Jalisco avocado delay in the U.S. has ‘nothing to do with Trump’

January 24 , 2017

Update: A Mexican state politician and an industry leader both claim the measure relates to Mexican access for U.S. potatoes, and the head of the U.S. National Potato Council has responded

As Mexican President Enrique Peña Nieto seeks to retain a positive trading relationship in the United States – where his new counterpart Donald Trump has vowed to get a better deal out of the North American Free Trade Agreement (NAFTA) – what will negotiations mean for the flourishing commerce of fruits and vegetables between both countries?

Jose Calzada

With Trump’s every move bringing with it a potential game-changer like his withdrawal from the Trans-Pacific Partnership (TPP) yesterday, produce industry players can be forgiven for taking any trade-restrictive event as a signal for more protectionist measures to come. 

But in the case of a delay on approved avocado imports from the Mexican state of Jalisco, Mexico’s Agriculture Secretary José Calzada has assured the public this is not the case.

Calzada has made a call for calm, highlighting the detention and rejection of Jalisco-grown avocados actually occurred while Barack Obama was still in power.

“It has nothing to do with that. That was last week and the new Administration in the United States hadn’t arrived yet,” Calzada said in an interview with Grupo Formula.

“We assumed things were in order. It’s an administrative question,” he told the broadcaster.

The Mexican press has reported 120 metric tons (MT) of avocados from Jalisco were blocked from entering the United States, and the Jalisco Avocado Growers and Exporters Association (Apeajal) opted to re-direct the fruit to Canada.

“In these types of negotiations, as they say, from the plate to the mouth sometimes the soup falls, and I think that’s what’s happened. We have to wait and give confidence to the authorities – we are hopeful that the issue will be resolved soon,” Apeajal leader Ignacio Gomez told El Informador.

In a statement given to Fresh Fruit Portal, the Avocado Producers and Exporting Packers Association of Mexico (APEAM) reiterated Calzada’s point.

“This issue is not related to Trump. The shipment should have crossed the border on Wednesday, Jan. 18 (before Trump assumed power), following the signing of a new Work Plan agreed upon between SAGARPA (of Agriculture, Livestock, Rural Development, Fisheries and Food) and the Department of Agriculture of the United States,” APEAM said.

“This new Work Plan already includes Jalisco. However, at the last minute a contingency came up that prevented the USDA and SAGARPA from signing this document, and therefore the trucks from Jalisco couldn’t cross.”

Avocado industry veteran and regular Fresh Fruit Portal contributor Avi Crane says the initial five truckloads of Jalisco-grown Hass avocados were packed and certified by the USDA, but were forced to either be sent to Canada or the Mexican domestic market in Monterrey and Mexico City.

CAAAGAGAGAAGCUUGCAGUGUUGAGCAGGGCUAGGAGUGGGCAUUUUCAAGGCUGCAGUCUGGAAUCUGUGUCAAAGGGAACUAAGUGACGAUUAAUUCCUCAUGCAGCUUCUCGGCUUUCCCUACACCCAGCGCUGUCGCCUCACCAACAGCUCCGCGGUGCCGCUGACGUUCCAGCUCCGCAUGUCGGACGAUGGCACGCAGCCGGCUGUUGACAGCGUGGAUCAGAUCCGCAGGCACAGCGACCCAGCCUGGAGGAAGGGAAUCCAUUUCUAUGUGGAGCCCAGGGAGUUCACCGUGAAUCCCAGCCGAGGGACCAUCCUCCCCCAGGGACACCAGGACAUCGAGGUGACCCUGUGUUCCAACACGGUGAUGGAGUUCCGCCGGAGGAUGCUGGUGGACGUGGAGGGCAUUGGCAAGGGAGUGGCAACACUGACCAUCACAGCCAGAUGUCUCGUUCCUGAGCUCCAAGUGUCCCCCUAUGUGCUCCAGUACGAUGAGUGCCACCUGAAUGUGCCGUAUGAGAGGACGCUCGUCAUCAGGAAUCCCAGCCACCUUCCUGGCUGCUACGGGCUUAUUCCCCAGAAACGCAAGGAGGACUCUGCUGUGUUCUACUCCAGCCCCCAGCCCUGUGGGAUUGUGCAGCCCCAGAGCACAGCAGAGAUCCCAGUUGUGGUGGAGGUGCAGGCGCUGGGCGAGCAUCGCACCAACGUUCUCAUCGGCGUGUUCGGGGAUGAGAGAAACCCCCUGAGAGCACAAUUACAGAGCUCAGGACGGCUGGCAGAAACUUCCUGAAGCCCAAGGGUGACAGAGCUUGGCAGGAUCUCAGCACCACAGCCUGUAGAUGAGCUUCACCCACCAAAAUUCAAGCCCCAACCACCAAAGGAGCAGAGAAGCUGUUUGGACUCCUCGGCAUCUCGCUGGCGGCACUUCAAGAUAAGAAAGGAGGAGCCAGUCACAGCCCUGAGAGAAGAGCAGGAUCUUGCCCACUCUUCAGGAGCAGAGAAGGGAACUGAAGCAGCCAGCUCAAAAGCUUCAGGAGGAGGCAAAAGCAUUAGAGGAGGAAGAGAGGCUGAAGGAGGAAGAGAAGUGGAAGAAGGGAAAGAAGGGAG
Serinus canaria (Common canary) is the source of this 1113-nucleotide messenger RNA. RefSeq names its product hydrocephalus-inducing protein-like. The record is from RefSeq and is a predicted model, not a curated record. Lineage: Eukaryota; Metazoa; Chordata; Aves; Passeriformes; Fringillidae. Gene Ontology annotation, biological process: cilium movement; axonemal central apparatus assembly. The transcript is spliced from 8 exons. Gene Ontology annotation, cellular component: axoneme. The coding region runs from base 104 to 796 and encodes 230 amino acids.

“My sources inform me that the USDA failed to execute the APHIS Work Plan, which has already been approved and published in the Federal Register,” Crane says.

“Therefore, the APHIS regulations currently in force do not allow Jalisco-produced avocados to cross into the USA.

“With just two weeks remaining in the harvest, we can assume that the USA market won’t see Jalisco Hass until the fourth quarter of 2017.

“I expect that the avocado packing houses in Guzman, Jalisco will source, pack and ship avocados from the Michoacán municipalities that border Jalisco.”

Avocados from Mexico promotions

In more upbeat news, marketing group Avocados From Mexico (AFM) has entered a partnership with Chipotle Mexican Grill (NYSE: CMG) with a new online game called ‘Cado Crusher’ ahead of the Super Bowl on Feb. 5.

In the game users have three rounds to smash and combine ingredients to make their own version of the food chain’s guacamole, and are rewarded with a mobile offer good for a free order of chips and guacamole when they purchase an entrée at any Chipotle outlet in the U.S.

“This game provides a fun way for our customers to see the short list of quality ingredients that go into each and every batch of our scratch-made guacamole, while also giving them a chance to enjoy some chips and guac on us to complement their meal,” said Chipotle chief marketing and development officer Mark Crumpacker.

“Avocados From Mexico is excited to partner with Chipotle this month to celebrate the star ingredient in their poplar guacamole — fresh, great-tasting avocados,” said Avocados From Mexico president Alvaro Luque.

“Guacamole super fans, and those new to Chipotle, will enjoy the ‘Cado Crusher game as part of our promotion around the Big Game, and we are thrilled to team up with Chipotle to provide free guacamole to their customers across the country.”

Photo: USDA, via Flickr Creative Commons

www.freshfruitportal.com

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